A: No, for the reasons outlined above. Not just an army alone, but skilled Islamically-versed negotiators. And the Zimbabwean army will need help from the South Africans for a properly equipped and sustained logistics line. An army goes into battle these days with huge support units. These units tend to outnumber the combat soldiers two to one. This becomes an extremely expensive operation, especially for Zimbabwe which is relying almost entirely on deficit financing for all of the next financial year.

Q: Will Zimbabwe not repeat the DRC feat which left it in bankruptcy?

A: Zimbabwe is already in some senses bankrupt, I regret. Its prospects lie almost alone on projected mining revenues which may or may not eventuate. And unlike the magnet of DRC, where mineral resources were expropriated by Zimbabwe, no such deposits exist in northern or coastal Mozambique.

Q: Let’s turn to Zimbabwe politics? How do you describe the current political situation in Zimbabwe?

A: It’s a very depressing situation with, as I said, deficit national financing, huge external debts, and the suspicion of an impending downturn even in Chinese investment and liquidity lines.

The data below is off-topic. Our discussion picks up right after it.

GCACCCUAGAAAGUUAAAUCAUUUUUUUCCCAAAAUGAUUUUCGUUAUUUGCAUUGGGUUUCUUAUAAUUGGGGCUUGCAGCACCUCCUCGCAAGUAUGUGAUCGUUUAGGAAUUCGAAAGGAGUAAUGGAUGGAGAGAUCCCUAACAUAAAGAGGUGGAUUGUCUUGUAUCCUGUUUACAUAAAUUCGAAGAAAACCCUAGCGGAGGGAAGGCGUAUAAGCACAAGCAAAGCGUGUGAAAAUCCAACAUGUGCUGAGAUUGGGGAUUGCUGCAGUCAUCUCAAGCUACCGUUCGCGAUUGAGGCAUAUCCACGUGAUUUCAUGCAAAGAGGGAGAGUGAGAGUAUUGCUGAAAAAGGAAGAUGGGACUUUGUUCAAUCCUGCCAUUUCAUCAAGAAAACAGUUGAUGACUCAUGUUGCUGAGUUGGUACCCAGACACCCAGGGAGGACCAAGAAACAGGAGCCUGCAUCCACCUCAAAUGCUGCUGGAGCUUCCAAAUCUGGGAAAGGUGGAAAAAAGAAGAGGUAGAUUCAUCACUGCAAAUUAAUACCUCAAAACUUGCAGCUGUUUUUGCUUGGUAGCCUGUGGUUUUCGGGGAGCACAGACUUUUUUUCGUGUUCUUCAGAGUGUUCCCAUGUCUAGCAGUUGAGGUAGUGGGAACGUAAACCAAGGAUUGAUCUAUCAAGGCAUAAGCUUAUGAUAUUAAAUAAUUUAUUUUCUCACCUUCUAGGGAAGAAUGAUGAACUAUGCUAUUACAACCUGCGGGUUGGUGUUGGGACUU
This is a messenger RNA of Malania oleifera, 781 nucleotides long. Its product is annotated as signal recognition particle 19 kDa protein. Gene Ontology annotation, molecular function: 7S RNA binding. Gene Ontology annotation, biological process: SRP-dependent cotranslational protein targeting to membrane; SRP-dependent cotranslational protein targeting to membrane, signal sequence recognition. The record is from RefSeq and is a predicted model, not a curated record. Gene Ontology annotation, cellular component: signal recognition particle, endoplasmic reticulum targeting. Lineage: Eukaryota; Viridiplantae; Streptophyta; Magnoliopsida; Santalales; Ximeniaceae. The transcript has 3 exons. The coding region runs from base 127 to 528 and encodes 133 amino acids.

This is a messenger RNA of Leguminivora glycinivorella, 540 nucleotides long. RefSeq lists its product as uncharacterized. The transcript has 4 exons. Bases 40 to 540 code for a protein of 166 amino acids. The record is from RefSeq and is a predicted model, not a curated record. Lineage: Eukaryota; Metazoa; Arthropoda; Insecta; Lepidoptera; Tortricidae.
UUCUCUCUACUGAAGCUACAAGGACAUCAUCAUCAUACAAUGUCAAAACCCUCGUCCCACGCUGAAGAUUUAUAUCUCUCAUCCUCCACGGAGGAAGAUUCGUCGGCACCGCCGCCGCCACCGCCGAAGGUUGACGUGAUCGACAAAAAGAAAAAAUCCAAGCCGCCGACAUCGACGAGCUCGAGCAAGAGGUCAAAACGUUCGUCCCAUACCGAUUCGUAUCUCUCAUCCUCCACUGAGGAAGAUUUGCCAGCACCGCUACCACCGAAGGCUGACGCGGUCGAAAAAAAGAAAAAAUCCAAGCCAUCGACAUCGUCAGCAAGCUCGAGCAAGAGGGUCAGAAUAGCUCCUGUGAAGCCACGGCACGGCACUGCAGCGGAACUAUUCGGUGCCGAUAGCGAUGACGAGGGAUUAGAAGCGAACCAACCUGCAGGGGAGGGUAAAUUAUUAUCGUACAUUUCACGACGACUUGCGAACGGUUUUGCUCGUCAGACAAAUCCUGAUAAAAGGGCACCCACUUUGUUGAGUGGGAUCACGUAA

The world is losing, or has lost, interest in a Zimbabwe that cannot get its act together. There are no end of rumours of plots within Zanu PF and MDC-Khupe is looking basically silly to the outside world right now, with Chamisa seemingly drained of all energy.

All the main political actors seem intent only on power-plays, and there is no national strategy or policies.

Zimbabweans wouldn’t want to hear the discussions within the high echelons of the ANC, after the failure of its two mediation missions in Zimbabwe. But they are very disparaging indeed.

Q: What now can be done to resolve the political crisis?

A: It’s a comprehensive stalemate right now. I doubt the crisis will be resolved in 2021. Like the hopes of Finance Minister Mthuli, the only chink of light —and it remains a chink — is the coming on-stream of new mineral resources and revenues.

These revenues may take longer to come on-stream than people would like.

There is the clear prospect, like the diamond fields, of revenues leaking dramatically into private pockets and not the national treasury.

But, without money, even the resolution of the political crisis will not in itself lead to the creation of new and progressive, modern, policies, and nor will it create the discipline in the political class to consider first and foremost the welfare of the majority of the citizens.